The husband (H) and the wife (W) were both 65, having married in 1980. There was one child of the marriage (C), aged 25. The former matrimonial home was Green Farm, a substantial property set in 72 acres in Kent. Trust assets fell to be divided following divorce.
In order to mitigate tax on the floatation of his company (ABC), two Jersey trusts were created by H in 1994 (No. 1 Trust and No. 2 Trust) and a company incorporated in the British Virgin Island called Giloch Investments Ltd (Giloch). No. 1 Trust was a discrertionary trust for a class of beneficiaries comprising H, W, C, H’s siblings, any employee of ABC and the Charities Aid Foundation. H, W and C were specifically excluded from the class of beneficiaries of No. 2 Trust. The beneficiaries were grandchildren, remoter issue, the Charities Aid Foundation, siblings and siblings-in-law and employees of ABC. Giloch had two classes of shares. All ten ordinary shares were owned by No. 1 Trust. The ordinary shares were entitled to all the declared dividends of Giloch, which could include a dividend in specie of all the assets of Giloch. No. 2 Trust owned the entirety of the 1,000 deferred shares. The deferred shares were not entitled to a dividend but were entitled to the capital of Giloch on a winding up. Neither class of share could vote on the potential benefits of the other: No. 2 Trust could not vote on the question of a dividend and No. 1 Trust could not vote on a winding up. The structure had the effect of sheltering capital gains made by Giloch from tax. On the division of assets following divorce, the question was to which trust the value of Giloch should be attributed.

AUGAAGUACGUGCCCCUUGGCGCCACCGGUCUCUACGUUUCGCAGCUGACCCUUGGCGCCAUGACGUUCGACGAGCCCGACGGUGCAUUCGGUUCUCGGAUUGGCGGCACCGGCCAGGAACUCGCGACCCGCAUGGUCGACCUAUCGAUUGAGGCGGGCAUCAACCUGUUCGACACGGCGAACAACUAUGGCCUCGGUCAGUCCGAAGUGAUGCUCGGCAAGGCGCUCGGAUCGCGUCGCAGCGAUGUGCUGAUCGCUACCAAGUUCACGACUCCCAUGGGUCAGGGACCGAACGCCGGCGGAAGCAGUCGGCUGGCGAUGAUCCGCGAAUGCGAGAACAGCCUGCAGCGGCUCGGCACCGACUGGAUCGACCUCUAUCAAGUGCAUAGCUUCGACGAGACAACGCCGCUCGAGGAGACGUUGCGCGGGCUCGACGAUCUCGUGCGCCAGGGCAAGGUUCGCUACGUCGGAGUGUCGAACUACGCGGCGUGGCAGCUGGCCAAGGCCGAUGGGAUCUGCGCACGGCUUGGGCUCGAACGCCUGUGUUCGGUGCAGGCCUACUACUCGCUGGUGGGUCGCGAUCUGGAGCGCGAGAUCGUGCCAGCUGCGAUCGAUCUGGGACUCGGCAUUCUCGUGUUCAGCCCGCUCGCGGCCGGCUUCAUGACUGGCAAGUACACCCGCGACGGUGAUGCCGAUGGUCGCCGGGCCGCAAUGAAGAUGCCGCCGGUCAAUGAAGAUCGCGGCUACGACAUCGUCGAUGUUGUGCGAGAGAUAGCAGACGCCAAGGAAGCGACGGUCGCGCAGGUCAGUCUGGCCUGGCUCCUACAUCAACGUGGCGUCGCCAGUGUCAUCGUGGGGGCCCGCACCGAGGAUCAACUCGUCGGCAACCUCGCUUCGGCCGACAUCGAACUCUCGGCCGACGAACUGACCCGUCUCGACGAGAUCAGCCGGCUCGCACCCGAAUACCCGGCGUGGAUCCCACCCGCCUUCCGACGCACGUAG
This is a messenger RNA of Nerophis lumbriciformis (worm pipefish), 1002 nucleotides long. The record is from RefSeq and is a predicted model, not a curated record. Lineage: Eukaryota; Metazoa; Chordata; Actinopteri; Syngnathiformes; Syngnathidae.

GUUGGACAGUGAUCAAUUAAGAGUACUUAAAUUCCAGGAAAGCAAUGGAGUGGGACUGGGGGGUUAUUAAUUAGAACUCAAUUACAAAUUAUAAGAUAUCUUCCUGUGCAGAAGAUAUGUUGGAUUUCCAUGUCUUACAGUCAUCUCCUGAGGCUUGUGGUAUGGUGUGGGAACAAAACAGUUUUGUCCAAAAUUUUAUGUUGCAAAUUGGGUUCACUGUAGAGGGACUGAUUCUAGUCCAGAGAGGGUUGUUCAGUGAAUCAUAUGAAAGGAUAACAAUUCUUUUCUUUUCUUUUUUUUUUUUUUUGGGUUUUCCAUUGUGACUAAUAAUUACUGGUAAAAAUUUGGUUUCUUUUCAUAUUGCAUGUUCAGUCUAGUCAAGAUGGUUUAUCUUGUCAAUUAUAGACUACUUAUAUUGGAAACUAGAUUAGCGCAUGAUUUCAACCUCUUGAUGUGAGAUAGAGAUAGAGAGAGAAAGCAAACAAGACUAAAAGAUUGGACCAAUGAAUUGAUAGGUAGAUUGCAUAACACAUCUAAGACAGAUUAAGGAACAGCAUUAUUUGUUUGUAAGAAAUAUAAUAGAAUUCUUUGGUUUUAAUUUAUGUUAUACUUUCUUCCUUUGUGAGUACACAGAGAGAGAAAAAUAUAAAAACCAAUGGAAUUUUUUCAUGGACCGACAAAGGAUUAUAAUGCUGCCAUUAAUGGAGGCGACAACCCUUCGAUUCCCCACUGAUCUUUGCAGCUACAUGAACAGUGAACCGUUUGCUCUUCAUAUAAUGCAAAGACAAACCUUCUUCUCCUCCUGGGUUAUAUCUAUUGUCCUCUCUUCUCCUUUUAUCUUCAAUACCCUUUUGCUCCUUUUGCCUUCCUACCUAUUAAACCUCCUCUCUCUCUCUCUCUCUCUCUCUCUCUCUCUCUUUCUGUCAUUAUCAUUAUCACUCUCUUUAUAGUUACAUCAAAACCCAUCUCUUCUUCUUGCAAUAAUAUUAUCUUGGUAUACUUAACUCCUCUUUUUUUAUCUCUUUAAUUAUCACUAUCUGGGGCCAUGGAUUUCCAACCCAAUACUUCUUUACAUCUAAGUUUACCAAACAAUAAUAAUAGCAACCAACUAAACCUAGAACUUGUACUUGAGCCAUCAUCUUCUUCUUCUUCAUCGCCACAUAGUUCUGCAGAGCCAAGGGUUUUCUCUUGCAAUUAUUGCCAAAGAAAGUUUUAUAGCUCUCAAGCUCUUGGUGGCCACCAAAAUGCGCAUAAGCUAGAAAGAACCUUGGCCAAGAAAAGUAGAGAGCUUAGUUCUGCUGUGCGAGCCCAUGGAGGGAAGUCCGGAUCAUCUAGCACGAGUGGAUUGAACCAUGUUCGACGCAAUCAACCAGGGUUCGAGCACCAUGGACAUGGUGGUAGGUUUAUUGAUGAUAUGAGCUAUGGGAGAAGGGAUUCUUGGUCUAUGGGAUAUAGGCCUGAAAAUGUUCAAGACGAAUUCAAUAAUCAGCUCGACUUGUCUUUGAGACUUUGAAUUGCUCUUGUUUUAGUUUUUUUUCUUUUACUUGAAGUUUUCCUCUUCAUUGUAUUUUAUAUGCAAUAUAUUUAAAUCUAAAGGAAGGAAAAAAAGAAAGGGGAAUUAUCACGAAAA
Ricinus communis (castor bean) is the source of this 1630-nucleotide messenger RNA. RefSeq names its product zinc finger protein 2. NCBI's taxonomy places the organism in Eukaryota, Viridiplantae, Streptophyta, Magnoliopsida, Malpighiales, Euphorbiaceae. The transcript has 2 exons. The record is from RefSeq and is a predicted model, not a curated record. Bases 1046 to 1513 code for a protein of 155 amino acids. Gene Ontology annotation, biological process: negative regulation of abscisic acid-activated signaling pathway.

- (1) While the primary focus or objective of the arrangements was to avoid capital gains tax, there was a clear collateral understanding between H and W was that the trust arrangement was established to benefit all the members of the family (para ). H, W and C were all excluded from benefit of No. 2 trust, but it was a key component of the overall scheme. It was the left hand to No. 1 Trust’s right hand (para ). Viewed as a whole, the three entities (Giloch, No. 1 Trust and No. 2 Trust) constituted a variable post-nuptial settlement. The alternative was arbitrary (para ).
- (2) W’s housing needs amounted to £700,000 and her reasonable annual income need was £65,000 (para ). All the assets, including all the trust property, amounted to matrimonial property and should, in principle, be shared equally but reflecting the clear arrangement made during the marriage to set up a trust ultimately to benefit C and future generations (para ). The assets would be divided equally (para ). If the trustees did not cooperate, then W’s entitlement would be dealt with by offsetting against available assets, which would require Green Farm to be sold and most of H’s pension awarded to W (para ).